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on 2 February 2013
great book, very fast delivery, condition as described.
will highly recommend both the seller and the book itself - definitely worth a read. explains a lot from the crazy and illogical things that we see or do every day.
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on 13 January 2017
Eye opening
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on 24 February 2008
Format: Hardcover|Vine Customer Review of Free Product( What's this? )
This is really a popular psychology book about how we behave and how, as the subtitle puts it, hidden forces influence our everyday decisions. So don't be put off by quotes from businessmen and economists in the blurb. I almost was. But I'm glad I wasn't. This is a neat little book with plenty of nuggets of information and insights that you can put to use immediately. You learn things about yourself and other people that seem so obvious you wonder how you'd never noticed them before and you learn why hunches you've had in the past really are right. Each chapter of this book consists of some simple experiments that are designed to probe a different aspect of our decision-making process e.g. how our expectations affect how we experience things and why too many choices can be unhelpful, to mention just two. The experiments are simple and elegant.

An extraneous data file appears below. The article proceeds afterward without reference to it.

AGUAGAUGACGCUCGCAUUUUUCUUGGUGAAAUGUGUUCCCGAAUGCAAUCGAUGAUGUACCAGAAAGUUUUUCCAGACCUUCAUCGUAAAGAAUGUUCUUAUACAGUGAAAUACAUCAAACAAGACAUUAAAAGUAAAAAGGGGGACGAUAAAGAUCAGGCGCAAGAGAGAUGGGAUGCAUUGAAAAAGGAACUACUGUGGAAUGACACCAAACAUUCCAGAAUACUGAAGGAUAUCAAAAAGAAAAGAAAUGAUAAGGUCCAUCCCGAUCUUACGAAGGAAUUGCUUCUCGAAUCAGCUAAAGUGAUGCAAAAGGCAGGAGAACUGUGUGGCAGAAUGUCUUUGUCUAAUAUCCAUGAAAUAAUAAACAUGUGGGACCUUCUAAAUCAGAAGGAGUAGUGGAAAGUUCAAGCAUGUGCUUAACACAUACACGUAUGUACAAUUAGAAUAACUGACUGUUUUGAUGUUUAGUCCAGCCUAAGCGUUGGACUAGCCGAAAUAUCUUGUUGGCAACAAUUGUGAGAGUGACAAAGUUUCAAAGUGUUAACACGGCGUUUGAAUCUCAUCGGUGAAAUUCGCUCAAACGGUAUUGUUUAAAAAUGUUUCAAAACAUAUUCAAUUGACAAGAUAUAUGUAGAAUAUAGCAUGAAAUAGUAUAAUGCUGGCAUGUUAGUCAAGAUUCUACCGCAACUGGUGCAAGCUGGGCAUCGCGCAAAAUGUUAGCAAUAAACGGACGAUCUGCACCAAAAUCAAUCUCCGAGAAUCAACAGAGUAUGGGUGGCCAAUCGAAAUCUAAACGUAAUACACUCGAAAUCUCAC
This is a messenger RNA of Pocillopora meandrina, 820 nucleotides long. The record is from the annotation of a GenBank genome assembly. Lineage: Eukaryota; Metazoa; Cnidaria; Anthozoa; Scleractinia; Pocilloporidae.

They usually consist of asking two or more differently informed groups of students questions about something. Actually, sometimes the author is a bit vague about the exact experimental conditions, how bias was eliminated from the experiment (particularly with respect to how questions were framed [what language was used] and how the participants were chosen [a few samples were decidedly small]) and how the many variables were isolated and controlled. So in that sense we must take Ariely's word for it. Also, he often vaguely summarises the results of these experiments with words such as "more than" and "most" instead of giving figures. If he were giving a lecture I would have asked him to clarify quite a few points. But all in all I think that this was an interesting book albeit a short one. It is a slim volume and the typeface is quite large. I'm a slow reader and I read it comfortably over two days.
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on 25 April 2012